As thrilling as delivery rooms can be, the basement's excitement level probably increased a notch after Furchgott's closed.  In recent years, the basement housed a club, The Milk Bar, named after a drinking establishment in the shocking movie "A Clockwork Orange."  Jacksonville's The Milk Bar featured live bands playing alternative music, often with mosh pits.  The venue was credited with helping to launch Limp Bizkit, the mega-popular group from the River City.  The Milk Bar or Paradome Club eventually evolved into another nightspot called 618, located on Forsyth Street in La Villa. Story/Picture of Furchgott's Basement.htm

Left: Second Floor; Right: Third Floor

Second Floor

The thing that caught your eye in Furchgott's second floor was the round room.  Boasted the store,  "Basically the design of the women's ready-to-wear department might be said to resemble a historic Queen Ann's drawing room, for it is housed in a circular room.  Clothes of unusual quality, designed by renowned creators, are shown for discriminating women of taste."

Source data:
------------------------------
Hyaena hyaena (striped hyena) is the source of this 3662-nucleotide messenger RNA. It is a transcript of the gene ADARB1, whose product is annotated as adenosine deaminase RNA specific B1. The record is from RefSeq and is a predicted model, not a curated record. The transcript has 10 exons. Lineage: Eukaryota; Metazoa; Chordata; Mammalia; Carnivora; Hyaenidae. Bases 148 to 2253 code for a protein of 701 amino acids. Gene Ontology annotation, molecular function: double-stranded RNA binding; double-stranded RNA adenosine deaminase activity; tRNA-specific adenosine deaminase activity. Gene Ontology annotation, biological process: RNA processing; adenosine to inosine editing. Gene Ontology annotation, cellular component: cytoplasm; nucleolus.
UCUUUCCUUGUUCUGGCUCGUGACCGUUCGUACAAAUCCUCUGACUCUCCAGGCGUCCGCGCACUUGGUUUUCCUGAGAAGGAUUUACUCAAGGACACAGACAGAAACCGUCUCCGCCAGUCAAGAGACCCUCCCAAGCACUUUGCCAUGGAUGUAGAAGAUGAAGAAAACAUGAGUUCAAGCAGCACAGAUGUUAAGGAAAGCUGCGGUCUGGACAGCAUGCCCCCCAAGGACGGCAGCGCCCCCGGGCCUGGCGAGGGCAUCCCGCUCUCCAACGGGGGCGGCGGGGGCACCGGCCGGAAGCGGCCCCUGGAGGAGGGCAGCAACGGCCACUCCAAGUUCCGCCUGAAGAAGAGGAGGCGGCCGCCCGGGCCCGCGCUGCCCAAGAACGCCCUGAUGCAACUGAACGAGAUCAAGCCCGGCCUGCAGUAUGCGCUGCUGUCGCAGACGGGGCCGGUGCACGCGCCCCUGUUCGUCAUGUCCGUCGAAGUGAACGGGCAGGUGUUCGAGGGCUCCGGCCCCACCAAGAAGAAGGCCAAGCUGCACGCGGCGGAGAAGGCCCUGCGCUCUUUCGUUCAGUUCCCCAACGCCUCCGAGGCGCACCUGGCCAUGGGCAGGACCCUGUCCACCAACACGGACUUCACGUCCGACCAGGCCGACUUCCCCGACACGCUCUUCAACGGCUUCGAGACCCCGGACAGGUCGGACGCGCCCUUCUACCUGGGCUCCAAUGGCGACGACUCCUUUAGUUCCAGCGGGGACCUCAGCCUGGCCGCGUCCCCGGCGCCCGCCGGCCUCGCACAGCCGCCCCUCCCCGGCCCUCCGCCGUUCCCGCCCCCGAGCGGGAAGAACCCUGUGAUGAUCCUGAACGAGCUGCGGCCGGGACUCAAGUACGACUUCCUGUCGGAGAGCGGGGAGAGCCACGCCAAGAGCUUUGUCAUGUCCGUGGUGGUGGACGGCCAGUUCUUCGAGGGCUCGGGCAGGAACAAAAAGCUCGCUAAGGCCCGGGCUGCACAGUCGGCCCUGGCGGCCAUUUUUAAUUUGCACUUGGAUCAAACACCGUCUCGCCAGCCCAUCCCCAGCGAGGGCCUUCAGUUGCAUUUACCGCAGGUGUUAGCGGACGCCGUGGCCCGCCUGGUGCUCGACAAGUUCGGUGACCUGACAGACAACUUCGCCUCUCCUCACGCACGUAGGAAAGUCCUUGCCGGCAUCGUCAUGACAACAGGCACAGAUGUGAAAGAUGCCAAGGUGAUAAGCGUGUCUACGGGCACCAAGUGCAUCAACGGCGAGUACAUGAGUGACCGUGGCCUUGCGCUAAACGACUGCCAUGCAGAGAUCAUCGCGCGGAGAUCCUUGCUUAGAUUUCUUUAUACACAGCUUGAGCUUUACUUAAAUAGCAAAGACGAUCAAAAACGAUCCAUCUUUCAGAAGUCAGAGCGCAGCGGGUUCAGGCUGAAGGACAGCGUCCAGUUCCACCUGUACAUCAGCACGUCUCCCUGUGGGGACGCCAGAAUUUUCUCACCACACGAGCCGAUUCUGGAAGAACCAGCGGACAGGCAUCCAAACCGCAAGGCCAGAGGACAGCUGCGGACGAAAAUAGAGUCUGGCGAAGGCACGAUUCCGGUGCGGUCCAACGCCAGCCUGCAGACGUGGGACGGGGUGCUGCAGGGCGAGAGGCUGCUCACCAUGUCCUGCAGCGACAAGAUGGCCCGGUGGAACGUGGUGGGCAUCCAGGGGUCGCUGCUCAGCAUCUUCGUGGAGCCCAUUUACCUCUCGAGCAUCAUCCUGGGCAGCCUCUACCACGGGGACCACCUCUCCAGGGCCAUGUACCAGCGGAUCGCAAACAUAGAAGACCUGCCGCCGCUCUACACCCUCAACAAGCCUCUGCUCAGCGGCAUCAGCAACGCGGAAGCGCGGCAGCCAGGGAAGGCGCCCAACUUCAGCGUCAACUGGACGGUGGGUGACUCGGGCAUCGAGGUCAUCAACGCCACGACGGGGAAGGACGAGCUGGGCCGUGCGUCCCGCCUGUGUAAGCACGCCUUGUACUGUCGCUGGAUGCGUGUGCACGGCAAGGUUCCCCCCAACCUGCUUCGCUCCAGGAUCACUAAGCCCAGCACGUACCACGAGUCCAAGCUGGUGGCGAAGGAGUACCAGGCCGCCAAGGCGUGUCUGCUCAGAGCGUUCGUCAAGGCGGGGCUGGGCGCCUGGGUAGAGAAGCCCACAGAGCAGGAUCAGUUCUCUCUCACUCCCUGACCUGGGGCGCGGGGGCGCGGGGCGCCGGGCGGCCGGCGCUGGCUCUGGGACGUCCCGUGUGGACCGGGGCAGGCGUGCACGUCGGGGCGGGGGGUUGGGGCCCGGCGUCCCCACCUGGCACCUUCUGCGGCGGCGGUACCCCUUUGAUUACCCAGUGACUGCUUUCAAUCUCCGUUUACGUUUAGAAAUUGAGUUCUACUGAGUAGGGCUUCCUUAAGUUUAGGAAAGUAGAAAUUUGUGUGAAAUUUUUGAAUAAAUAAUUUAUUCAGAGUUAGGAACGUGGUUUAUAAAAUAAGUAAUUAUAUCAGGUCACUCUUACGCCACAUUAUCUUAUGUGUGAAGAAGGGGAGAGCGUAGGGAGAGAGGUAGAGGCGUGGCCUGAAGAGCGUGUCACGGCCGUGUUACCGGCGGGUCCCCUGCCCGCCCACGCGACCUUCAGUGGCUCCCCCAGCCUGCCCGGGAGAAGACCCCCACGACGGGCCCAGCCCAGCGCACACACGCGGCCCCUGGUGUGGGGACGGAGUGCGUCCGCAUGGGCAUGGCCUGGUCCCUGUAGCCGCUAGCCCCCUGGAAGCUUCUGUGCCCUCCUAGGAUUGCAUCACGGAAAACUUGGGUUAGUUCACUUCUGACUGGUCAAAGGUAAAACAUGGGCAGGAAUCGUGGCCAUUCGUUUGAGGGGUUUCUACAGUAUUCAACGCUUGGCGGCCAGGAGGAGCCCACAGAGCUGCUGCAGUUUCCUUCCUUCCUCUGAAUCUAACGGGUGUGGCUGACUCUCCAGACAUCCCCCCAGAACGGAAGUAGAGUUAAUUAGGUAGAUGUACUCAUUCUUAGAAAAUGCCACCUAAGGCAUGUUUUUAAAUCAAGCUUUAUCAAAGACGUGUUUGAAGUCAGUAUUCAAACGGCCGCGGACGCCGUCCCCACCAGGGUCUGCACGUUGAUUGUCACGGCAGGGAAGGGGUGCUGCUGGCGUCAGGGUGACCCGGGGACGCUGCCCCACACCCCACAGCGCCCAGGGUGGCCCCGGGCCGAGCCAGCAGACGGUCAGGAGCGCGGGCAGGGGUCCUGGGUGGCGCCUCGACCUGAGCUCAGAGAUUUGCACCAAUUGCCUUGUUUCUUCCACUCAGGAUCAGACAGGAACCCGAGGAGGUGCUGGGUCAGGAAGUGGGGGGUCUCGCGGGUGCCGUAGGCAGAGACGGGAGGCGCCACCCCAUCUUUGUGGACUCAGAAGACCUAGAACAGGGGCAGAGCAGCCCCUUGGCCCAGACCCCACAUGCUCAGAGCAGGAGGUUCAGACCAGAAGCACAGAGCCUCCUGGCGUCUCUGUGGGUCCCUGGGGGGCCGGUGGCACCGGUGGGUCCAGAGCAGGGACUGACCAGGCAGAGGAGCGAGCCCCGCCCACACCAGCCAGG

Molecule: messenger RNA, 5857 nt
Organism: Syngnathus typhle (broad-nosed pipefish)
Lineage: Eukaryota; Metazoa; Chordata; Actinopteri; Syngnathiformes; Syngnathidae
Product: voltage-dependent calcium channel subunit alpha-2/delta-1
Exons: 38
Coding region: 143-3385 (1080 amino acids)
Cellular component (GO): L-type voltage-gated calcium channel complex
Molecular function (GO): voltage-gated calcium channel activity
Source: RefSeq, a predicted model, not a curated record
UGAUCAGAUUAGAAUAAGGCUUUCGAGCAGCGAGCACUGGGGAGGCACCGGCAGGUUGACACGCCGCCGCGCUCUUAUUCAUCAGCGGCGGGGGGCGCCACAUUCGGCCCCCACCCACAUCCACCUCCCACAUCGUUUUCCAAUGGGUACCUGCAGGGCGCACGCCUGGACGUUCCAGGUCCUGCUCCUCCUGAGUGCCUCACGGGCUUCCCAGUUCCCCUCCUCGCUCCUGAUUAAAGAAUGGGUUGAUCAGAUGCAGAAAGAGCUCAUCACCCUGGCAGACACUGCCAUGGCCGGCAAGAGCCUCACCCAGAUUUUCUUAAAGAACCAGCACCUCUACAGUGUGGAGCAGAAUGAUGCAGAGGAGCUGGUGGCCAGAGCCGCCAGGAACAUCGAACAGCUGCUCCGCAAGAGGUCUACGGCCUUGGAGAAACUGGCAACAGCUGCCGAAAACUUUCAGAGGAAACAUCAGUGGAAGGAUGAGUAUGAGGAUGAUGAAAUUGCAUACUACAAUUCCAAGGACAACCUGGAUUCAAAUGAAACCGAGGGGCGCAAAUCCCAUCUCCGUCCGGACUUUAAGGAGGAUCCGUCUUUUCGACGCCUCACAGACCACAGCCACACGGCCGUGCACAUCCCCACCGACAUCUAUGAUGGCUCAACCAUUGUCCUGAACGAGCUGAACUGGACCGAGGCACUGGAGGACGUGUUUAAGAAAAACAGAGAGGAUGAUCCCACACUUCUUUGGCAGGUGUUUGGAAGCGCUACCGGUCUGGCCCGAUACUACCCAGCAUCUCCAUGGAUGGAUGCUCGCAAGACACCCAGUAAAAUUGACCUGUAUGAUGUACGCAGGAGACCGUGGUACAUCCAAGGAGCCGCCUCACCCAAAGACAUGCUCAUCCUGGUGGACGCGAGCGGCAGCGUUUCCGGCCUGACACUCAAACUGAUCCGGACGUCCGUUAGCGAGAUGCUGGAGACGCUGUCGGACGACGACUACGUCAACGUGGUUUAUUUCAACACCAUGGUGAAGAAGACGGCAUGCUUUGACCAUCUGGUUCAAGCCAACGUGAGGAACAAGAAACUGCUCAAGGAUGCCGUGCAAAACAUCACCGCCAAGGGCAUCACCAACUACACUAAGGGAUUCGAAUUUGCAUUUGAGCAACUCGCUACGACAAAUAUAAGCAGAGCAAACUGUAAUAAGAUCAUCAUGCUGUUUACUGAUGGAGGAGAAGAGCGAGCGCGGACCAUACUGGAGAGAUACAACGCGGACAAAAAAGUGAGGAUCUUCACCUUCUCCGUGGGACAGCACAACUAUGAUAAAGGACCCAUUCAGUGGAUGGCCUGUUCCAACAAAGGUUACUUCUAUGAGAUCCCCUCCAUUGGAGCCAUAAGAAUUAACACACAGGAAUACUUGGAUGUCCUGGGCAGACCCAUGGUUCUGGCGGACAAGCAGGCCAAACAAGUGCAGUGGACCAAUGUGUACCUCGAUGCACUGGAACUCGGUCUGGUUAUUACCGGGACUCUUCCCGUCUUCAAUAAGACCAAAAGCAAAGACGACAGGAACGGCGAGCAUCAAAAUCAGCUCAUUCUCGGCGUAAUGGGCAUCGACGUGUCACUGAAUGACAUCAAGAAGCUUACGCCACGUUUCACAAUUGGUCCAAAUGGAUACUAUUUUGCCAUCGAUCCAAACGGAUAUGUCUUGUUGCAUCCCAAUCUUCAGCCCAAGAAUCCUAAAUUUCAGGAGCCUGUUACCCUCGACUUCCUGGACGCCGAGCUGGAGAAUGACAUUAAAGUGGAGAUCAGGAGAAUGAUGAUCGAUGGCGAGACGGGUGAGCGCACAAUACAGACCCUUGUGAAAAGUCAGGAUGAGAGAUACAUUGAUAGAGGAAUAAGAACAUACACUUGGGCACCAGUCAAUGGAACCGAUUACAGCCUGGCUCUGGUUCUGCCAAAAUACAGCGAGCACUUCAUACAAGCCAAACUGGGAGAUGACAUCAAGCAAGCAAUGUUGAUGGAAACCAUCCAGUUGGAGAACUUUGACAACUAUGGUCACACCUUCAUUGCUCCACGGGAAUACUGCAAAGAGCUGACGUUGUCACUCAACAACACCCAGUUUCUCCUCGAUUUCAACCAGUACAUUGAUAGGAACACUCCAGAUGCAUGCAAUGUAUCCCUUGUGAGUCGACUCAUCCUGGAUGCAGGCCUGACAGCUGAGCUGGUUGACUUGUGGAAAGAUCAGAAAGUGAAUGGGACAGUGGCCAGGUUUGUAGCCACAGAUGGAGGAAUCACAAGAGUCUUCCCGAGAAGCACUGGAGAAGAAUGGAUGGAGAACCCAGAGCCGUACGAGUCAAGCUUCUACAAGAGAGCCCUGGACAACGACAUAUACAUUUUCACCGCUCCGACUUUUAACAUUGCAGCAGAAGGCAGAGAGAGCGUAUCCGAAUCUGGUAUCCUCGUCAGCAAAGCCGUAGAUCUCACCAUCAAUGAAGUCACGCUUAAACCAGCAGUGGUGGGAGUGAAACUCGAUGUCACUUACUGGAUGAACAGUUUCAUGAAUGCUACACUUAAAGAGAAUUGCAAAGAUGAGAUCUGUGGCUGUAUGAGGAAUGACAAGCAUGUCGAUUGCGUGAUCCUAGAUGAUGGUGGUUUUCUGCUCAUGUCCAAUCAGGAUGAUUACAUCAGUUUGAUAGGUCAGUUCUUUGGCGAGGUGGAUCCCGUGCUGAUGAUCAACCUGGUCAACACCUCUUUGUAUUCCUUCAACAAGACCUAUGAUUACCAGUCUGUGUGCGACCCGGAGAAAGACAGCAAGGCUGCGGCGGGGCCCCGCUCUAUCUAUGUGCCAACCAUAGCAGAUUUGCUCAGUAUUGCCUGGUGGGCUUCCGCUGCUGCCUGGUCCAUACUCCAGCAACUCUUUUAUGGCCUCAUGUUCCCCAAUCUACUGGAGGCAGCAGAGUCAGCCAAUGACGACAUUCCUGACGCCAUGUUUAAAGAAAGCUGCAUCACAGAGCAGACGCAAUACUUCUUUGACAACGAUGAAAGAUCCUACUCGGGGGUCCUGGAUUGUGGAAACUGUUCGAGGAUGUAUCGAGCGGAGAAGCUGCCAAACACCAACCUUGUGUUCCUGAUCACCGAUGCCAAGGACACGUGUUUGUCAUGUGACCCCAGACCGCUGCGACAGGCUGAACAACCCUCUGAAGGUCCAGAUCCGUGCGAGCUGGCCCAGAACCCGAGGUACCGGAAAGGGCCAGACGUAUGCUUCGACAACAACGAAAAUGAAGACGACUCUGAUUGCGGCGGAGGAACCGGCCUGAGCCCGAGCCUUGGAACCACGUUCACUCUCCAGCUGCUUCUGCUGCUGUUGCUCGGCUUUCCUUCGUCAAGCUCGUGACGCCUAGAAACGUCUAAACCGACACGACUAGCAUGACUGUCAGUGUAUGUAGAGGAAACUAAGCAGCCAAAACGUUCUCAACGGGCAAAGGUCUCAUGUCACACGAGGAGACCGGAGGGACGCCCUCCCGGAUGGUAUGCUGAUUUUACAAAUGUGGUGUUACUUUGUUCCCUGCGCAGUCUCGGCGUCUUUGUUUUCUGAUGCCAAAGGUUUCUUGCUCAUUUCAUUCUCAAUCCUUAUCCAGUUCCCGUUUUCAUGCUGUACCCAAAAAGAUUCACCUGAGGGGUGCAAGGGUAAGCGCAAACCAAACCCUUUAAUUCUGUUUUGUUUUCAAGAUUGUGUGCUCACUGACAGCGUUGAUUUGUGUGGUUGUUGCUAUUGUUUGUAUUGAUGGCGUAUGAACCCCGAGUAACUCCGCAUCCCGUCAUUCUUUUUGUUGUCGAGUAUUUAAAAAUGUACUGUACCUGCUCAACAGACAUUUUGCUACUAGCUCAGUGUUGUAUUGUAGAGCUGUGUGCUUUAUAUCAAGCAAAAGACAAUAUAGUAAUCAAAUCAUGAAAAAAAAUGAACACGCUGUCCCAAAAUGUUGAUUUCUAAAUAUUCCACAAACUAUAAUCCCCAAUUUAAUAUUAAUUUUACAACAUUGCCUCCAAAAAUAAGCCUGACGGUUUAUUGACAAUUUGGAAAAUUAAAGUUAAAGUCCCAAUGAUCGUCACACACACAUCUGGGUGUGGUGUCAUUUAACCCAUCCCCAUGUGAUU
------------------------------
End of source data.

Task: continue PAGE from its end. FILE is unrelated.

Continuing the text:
Patrons could also browse through other 2nd floor merchandise, including shoes, sportswear, negligees, and junior clothing.  This level also contained a fur salon, a women's lounge, and an alteration department.  "Not to be forgotten either is the Brides Room, where complete trousseaux may be selected in quiet seclusion." Story/Picture of Furchgott's Second Level.htm

Third Floor